For Gray, 31, who came in just a few seconds shy of breaking 20 minutes, the race was more like a piece of cake, even if a head cold made it difficult.
“It’s a good way to spend my birthday,” he said. “That way I can make room for brunch tomorrow.”
He finally had it.
After years of trying, Arlington’s Matt Deters broke 16 minutes by a clump of hairs – 15:58. He confirmed his time at a laptop at the registration table.
“When I was in high school, if you ran under 16 you were a god,” he said. “I didn’t think I’d be able to do it, after a torn Achilles and knee surgery.”
He was close on the fourth of July, running 16:06 at the Firecracker 5k in Reston.
At Crystal City, he split 4:49 and 10:03 before hanging on as the heat, and the hurt, turned up.
Look out for Thomas Edison High School’s cross country team.
The Edison Club won its second-straight title in the high school team competition. Gonzaga, Annandale, Wilson, and J.E.B. Stuart also fielded clubs.
The Walt Whitman Club won in the high school girls division, followed by Annandale, Lake Braddock, Wilson, and Georgetown Visitation.
Brandon Rockers, a rising senior at Edison who was third for his club in 17:47, said running the Crystal City Twilighter has become a team tradition. “The race has always been before a running camp” members of the team attend, Rockers said.
In the high school results, Aviad Gebrehiwot, 17, of Annandale High School, was top male in 16:44. Sonya Butseva, 16, and teammate Kate Murphy, 14, both running for Lake Braddock Club, were the top females, both finishing in 20:49.
Look out, as well, in the 11 to 14 age group.
Madalyn Wright, 11, was 3rd in the female division behind Murphy and Angelica Gaughran, also 14. Her time was 22:57.
Wright was wearing a tutu, and said she has now run about half-a-dozen races between 5k and 10k.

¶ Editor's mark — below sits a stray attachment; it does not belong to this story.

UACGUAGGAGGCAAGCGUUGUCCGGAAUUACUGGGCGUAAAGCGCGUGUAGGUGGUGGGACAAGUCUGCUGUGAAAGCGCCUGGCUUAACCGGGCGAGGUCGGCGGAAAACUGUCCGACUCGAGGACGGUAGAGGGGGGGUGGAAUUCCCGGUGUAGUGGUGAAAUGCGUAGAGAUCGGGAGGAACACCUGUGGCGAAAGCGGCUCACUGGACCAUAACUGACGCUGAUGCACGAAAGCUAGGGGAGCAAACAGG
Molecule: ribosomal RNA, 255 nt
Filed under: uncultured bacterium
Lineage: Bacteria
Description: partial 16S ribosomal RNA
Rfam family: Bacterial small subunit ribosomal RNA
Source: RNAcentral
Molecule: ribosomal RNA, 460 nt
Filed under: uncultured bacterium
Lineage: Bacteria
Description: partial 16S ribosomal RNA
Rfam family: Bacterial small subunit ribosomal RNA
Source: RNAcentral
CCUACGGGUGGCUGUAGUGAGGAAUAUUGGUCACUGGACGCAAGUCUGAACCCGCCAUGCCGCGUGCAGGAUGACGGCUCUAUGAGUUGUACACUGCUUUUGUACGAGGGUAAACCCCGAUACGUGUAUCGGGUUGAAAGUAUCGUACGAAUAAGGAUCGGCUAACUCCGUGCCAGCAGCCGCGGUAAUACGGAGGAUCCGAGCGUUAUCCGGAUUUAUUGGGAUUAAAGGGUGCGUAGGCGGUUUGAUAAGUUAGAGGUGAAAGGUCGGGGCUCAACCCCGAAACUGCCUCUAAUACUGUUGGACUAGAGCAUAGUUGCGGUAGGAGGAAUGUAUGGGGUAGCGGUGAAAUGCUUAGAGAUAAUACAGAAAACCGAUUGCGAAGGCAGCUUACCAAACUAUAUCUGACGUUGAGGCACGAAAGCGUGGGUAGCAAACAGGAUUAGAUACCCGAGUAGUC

“I love running,” said Madalyn, whose mother, Myra Wright, ran in high school and is a longtime runner.
Madalyn was 6 when she ran her first race. “I kept saying,” Myra Wright recalled, as they ran together that first time, “the tortoise wins: slow and steady finishes the race. And she kept saying, ‘Mom, I want to go faster.’ So at two and a half I said, ‘Madalyn, ‘Go!’ and she just took off.’
That’s how it has been ever since, said Wright, who had a finishing time of 24:16 on her watch.
“I tell you, it motivates me to run faster when you know your little girl is up there.”
Divided lanes coming to Hains Point, safety measures in the works for the Mount Vernon Trail, three locals make national high school XC meet, local collegians race at NCAAs.
St. Albans and GVS’s Vivian Kelly won their first DC cross country titles while St. Johns’ girls and St. Albans’ Pierre Attiogbe repeated.
Beach Drive remains closed to through traffic year-round, locals win conference, USATF titles.
Capt. Kyle King won the Marine Corps Marathon, a year after he planned to make his debut at the race, and Chelsea Baker of the British Royal Navy made tremendous strides winning the women’s race.
Born in 1984 as the George Washington Parkway Classic, it is among the most scenic and spacious distance races on the East Coast. From the serene beauty of our spacious course meandering through the finest spring bloom in the DC